The pressure differential is also the reason those of us on the coastal regions have to pay careful attention to "storm surges" or storm produced high tides. The severely reduced pressure in the center of the storm can cause the sea level there to rise greatly . Hurricane Gilbert (1988) holds the present century's low pressure record with a reading of 26.22 inchesHg (normal is 29.94) and Camille came in at 26.73. Add this rise in water level to the frenzied wave action whipped up by great winds and then coastal pounding and inundation becomes the real source of potential damage to both life and property.
Looking back over the years, it is noted that some 9 out of every 10 hurricane deaths are from drowning . In the giant Camille, a storm surge, or mound of water, in excess of 20 feet came ashore in Mexico taking full sized ships along with it! Also as has been noted on these pages, the 1935 "Labor Day" hurricane (of south Florida) storm surge floated an entire train away. Hurricane Andrew pulled a 23 foot surge with it across the Bahamas and still carried a 17 foot surge when it landed in Florida.
The deadliest storms are not always the largest. The 1935 Florida hurricane was small in size (more like a giant tornado as it was only 30 miles wide) but still was one of those rare category 5 hurricanes. Camille was another. The most destructive to life in the U.S. was the 1900 Galveston Hurricane with over 6000 deaths. It was a category 4 storm. The relatively small 1935 Category 5 storm in south Florida (Keys) caused an estimated 900 deaths, 400+ of which were on ships. Also of note, some 200 of those were WWI Vets who had been placed in jobs as workers on the Great Overseas Railroad in the Keys.
Perhaps there are two other factors to consider in reckoning potential damage. One is the speed of the storm over water. As we all watched the Hurricane Allison updates we noted it sometimes traveled at a rapid 15-18 mph while at other times it was only doing 6 mph. The very destructive Gloria (1985 - only 27.82 inchesHg - category 3) was moving at the extreme rate of 30 mph! The second factor to consider is the force of the last hurricane to come close to one's area. If it was small or, as in the case of Allison, fizzled out about the time it was to hit the tendency for all of us is to make far less elaborate preparations for the next storm.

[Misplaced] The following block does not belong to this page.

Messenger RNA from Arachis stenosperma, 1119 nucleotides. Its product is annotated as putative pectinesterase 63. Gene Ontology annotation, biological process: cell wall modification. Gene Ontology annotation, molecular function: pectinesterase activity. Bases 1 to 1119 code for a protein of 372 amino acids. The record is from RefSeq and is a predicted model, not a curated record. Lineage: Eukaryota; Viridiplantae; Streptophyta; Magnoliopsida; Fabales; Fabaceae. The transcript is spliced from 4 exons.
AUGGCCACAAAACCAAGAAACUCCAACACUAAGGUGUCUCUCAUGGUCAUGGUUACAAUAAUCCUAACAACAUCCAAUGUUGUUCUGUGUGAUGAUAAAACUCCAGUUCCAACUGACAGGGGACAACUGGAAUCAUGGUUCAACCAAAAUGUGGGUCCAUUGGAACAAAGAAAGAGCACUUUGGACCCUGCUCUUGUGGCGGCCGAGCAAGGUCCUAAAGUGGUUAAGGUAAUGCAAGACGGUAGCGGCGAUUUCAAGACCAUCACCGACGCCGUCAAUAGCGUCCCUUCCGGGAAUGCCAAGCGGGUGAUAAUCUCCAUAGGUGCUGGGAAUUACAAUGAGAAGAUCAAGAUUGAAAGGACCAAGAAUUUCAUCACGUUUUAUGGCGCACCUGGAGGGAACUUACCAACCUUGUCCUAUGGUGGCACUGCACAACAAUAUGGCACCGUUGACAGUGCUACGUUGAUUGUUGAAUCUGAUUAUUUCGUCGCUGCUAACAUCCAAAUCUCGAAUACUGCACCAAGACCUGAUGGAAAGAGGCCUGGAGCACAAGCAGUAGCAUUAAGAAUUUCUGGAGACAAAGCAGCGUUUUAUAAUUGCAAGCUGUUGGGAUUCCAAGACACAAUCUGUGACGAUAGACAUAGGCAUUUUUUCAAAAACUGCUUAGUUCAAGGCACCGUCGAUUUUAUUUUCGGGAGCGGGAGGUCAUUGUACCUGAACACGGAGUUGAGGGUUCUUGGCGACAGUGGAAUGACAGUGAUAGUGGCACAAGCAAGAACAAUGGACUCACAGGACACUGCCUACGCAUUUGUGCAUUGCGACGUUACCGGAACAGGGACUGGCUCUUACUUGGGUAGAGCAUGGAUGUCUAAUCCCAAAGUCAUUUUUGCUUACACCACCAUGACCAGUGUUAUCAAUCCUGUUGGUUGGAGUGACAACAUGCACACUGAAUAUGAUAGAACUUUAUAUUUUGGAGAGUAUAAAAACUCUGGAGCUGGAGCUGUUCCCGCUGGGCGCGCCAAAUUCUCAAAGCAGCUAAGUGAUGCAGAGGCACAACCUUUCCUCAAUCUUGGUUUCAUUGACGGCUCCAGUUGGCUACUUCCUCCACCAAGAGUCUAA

Looking back over time this second factor plays a rather large part in the extent of damage done. Recall the story of the "Hurricane Party" going on in a Florida coastal housing complex staged by some who had been "through one." The building along with the people were lost.
This writer was out of town during preparations for Elena, (a 1985 near miss that brought minimal wind damage and some flooding) so warnings for Kate brought some complacency as the small sailboat tied up in the canal had survived Elena. It did not survive Kate and neither did several other items in our yard. But we did!
Follow these links for additional information:
- All about Hurricanes
- What is a hurricane? Preparing for a hurricane. Riding it out vs evacuating. Printable hurricane tracking map.
- Worldwide Tropical Cyclone Names
- List of hurricane names for next five years.
- Historical Hurricane Tracks
- NOAA provides an online program that allows you to veiw and plot historical hurricane information on a map based on zip codes, city names, storm names, etc.
- Tropical Cyclone Tracker
- Select a year and storm and this program will plot the storm's path and strength on a map.
- National Weather Service, Tallahassee, FL
- Atlantic hurricane season new and updates.
- Storm Prediction Center
- Get the latest update from the source.
- Current Hurricane Report
- The National Oceanic and Atmospheric Administration's hurricane bulletins.
- Hurricane & Natural Disaster Brochures
- The National Oceanic and Atmospheric Administration have provided much information on how hurricanes form, etc.
- National Hurricane Center
- Public Advisories, Forecast Advisories and hurricane discussions are just a few of the items you'll find at this site. Complete source on current and past hurricanes.
- Central Florida Hurricane Center
- Satellite Imagery, Strike Probabilities, Tracking and more.